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Gone are the days when the notion was that all fat is bad. If this still rings true in your approach to what you eat, it’s time to start thinking differently about what you consume. You may be missing out on essential fats critical to your wellbeing. So instead of writing off all fats, Patrick suggests understanding the differences.

To put it simply, there are two kinds of fats – saturated and unsaturated fat. Saturated fat is the hard fat found in meat and dairy products, which is neither essential nor good for your health in high amounts.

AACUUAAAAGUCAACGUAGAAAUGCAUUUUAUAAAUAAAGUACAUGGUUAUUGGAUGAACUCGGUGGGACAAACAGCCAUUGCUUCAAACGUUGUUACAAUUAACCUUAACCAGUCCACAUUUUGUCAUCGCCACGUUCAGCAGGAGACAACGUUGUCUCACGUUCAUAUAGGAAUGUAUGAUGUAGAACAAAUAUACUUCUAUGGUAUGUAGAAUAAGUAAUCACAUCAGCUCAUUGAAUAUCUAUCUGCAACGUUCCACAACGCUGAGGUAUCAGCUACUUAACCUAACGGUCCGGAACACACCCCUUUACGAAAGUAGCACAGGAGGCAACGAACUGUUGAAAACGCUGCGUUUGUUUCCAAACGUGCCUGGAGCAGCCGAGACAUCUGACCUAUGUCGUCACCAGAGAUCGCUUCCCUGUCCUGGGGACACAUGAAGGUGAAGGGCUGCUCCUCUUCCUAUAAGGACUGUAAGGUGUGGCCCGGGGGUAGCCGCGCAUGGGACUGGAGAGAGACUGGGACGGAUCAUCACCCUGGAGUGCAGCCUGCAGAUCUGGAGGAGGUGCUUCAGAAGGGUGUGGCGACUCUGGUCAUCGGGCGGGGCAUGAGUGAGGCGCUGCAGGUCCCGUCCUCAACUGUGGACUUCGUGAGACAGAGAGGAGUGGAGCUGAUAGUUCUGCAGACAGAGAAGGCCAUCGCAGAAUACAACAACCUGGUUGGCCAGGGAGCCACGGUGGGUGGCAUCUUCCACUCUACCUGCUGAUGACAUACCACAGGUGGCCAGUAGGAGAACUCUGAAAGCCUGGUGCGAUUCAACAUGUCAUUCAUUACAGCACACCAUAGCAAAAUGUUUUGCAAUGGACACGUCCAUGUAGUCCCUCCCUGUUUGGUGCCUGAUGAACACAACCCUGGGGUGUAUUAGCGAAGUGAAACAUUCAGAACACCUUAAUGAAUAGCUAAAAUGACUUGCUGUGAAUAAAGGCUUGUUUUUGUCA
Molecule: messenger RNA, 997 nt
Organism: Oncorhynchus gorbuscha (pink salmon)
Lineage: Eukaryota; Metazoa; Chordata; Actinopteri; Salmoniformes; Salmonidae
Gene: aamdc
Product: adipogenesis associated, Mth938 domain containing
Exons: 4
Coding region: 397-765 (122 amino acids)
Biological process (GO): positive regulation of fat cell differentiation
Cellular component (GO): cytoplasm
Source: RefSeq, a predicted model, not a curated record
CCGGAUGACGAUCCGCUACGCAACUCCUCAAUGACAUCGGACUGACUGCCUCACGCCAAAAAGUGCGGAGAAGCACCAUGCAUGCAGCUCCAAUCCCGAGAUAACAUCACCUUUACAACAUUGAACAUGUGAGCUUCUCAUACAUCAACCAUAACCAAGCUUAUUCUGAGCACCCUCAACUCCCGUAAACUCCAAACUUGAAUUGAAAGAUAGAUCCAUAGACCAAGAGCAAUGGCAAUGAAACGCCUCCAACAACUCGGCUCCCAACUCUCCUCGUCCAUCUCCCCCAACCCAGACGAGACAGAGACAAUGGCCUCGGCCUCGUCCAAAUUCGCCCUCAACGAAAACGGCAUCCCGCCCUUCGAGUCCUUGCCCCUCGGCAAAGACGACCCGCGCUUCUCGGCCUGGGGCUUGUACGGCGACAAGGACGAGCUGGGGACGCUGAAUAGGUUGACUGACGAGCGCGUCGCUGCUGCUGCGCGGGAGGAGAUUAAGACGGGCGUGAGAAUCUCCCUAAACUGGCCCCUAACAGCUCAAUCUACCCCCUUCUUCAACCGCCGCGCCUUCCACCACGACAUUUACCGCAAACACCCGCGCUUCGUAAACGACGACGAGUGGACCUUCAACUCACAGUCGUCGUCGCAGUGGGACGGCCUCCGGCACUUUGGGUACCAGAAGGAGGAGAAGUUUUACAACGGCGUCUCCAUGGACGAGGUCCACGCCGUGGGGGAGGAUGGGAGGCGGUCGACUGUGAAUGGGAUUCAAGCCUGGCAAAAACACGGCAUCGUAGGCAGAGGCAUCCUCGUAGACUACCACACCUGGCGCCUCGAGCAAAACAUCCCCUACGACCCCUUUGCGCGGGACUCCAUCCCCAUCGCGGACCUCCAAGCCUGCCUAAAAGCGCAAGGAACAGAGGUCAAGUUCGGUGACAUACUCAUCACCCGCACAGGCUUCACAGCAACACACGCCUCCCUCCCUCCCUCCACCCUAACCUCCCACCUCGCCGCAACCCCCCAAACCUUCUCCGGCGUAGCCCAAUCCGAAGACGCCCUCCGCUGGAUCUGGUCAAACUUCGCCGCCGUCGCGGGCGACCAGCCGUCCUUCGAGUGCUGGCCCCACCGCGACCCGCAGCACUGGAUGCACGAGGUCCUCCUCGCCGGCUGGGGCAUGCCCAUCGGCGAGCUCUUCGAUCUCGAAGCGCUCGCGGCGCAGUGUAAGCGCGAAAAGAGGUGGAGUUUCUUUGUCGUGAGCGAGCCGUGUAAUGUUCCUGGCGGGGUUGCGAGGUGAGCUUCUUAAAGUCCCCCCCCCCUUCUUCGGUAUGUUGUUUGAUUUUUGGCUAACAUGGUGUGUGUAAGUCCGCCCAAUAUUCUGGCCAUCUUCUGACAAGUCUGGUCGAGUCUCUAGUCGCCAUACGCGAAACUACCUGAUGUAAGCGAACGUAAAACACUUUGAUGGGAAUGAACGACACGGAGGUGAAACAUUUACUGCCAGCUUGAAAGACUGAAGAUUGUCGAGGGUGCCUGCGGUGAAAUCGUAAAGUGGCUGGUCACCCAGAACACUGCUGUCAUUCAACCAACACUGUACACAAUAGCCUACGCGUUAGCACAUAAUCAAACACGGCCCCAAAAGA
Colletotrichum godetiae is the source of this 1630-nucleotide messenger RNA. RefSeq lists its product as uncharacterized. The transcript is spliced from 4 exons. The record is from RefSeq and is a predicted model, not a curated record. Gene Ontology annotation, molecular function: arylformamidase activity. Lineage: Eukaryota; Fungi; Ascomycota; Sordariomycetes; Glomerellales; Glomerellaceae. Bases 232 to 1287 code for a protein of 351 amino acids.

Unsaturated fat, both monounsaturated and polyunsaturated (Omega-3 and Omega-6), are not only vital for good health but is also more varied in its sources. Common signs of a deficiency in unsaturated fat are dry skin and a weakened immune system.

“These essential fats are easily destroyed by heat or exposure to oxygen, so having a fresh daily source is important. Processed foods often contain hardened or ‘hydrogenated’ polyunsaturated fats. These are worse for you than saturated fats and are best avoided,” says Patrick.

In fact, many of these ‘hydrogenated’ fats get in the way of our ability to use good fats.

“These stop the body making good use of the small quantity of essential fats that the average person eats in a day,” he adds.